by Mike Reistetter

With awards season coming to a close after the Oscars last night, many are scrambling to see the films that were nominated. Here are my top 10 films of the year and a brief analysis of each.



With one of her best performances, Julianne Moore’s character fights early onset Alzheimer’s and the disintegration of her once stable life. She fears the imminent probability that her young adult children will all one day be given the same fate that she has been dealt.



An unusual British film about an experimental band led by the eccentric and mentally disturbed titular character Frank. Played by Michael Fassbender, the supporting role delivers some of his best acting, surprisingly while wearing a paper mache head for a majority of the film.



Perhaps the most popular nominee of the year, “American Sniper” has been praised for its content, direction, acting, and message. Clint Eastwood and Bradley Cooper added pure talent and poise. “Sniper”’s only downfall is that it may win by popularity alone.



Benedict Cumberbatch portrays Alan Turing in this British historical drama that reveals the war occurring behind the war. Turing, because of personal controversy, was not given the credit he deserved as the rightful inventor of computer science.



A thriller dominated by Ben Affleck and Rosamund Pike’s performances. Viewers start to perceive missing persons cases in the news differently, provoking the inner detective in us all.



Jake Gyllenhaal acts as an aspiring freelance news cameraman who sells his firsthand footage of crime scenes to a news producer, played by Rene Russo in a career-revitalizing role. “Nightcrawler” was unique enough to entertain audiences well before the awards season, but seemingly seemed forgettable by the Academy who left it out of consideration for a Best Picture nomination. An instant cult classic!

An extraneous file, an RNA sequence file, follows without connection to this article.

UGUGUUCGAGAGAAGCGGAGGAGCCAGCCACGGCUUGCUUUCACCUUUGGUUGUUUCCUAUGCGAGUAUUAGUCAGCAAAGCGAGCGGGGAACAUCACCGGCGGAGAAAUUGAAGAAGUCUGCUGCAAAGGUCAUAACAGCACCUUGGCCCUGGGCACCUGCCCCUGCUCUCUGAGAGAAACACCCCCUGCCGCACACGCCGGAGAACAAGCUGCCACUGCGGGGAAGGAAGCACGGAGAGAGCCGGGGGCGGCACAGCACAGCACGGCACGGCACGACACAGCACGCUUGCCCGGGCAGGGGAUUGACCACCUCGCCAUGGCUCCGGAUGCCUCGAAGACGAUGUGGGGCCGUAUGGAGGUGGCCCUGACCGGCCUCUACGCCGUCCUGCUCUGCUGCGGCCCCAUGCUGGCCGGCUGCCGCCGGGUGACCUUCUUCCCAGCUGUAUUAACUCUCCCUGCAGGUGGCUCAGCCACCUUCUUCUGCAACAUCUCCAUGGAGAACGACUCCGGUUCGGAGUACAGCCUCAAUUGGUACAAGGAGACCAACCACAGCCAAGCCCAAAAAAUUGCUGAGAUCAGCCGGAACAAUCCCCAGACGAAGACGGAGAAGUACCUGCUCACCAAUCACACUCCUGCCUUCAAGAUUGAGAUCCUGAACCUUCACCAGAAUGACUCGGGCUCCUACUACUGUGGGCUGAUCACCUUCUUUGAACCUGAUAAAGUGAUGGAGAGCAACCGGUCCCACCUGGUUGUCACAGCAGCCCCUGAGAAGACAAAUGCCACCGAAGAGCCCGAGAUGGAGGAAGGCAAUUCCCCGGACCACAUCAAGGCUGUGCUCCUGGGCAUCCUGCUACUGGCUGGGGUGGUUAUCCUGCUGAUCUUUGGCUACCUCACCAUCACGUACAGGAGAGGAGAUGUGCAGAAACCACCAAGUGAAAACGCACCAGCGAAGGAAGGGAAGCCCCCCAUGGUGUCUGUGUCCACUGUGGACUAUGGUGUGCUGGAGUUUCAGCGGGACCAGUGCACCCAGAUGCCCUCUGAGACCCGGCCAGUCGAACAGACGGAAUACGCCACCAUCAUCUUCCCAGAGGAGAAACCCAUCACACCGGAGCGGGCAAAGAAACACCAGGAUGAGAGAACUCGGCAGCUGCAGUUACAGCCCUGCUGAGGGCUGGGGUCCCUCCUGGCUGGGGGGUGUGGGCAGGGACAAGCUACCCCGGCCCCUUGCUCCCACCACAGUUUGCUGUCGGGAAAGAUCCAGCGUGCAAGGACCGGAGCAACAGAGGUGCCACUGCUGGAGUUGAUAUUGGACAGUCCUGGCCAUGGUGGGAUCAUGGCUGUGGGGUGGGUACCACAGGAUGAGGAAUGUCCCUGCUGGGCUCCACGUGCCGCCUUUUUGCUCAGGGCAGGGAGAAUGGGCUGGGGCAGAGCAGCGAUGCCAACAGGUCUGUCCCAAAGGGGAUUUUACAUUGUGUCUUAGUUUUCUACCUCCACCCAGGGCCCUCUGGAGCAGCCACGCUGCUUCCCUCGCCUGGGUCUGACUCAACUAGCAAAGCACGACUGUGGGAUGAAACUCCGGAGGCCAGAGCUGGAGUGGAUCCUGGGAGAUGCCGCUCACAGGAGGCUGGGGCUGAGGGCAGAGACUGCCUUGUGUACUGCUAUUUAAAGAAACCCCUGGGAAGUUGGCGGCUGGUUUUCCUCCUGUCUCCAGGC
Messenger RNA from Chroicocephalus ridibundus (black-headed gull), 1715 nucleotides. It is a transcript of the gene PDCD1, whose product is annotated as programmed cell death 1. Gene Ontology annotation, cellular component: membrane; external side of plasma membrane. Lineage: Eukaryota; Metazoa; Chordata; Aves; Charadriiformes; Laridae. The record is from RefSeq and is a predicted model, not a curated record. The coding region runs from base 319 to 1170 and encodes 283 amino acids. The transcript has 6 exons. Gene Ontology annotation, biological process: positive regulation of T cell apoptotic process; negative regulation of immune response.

JK Simmons leads an Oscar-worthy performance for best Supporting Actor with his portrayal of the antagonistic studio jazz band leader in this film. “Whiplash” not only reminds viewers the power of jazz music, but with first rate sound and editing it creates acoustic intensity comparable to sporting arenas. “Whiplash” is a timeless film, demonstrating the amount of verbal abuse one person can take before they break while attempting to impress their authority figures.



A Christopher Nolan film bound to move audiences with special effects. This Matthew McConaughey vehicle is a visual trip that demonstrates both the lengths at which a father would travel to for his children’s protection, and what lengths the Academy would go to in not recognizing a classic by denying it a deserved best picture nomination.



“Birdman” allowed Michael Keaton to channel his own past as a movie star who decided to “hang up the cape” and reject the stardom that created his image. With interesting directional use of the “long take” and colorful cinematography, “Birdman” was a scripted phenomenon with a cast that also included supporting Oscar nominations for Edward Norton and Emma Stone.



Richard Linklater’s coming of age masterpiece 12 years in the making covers the life of a fictional character named Mason from ages 6-to-18. The subtle transitions and editing are transcendent, as are the performances of the protagonist Mason’s separated parents, played by Ethan Hawke and Patricia Arquette. “Boyhood” depicted a dozen years of family life, self-discovery, and entrance into previously uncharted realms of adolescent maturation.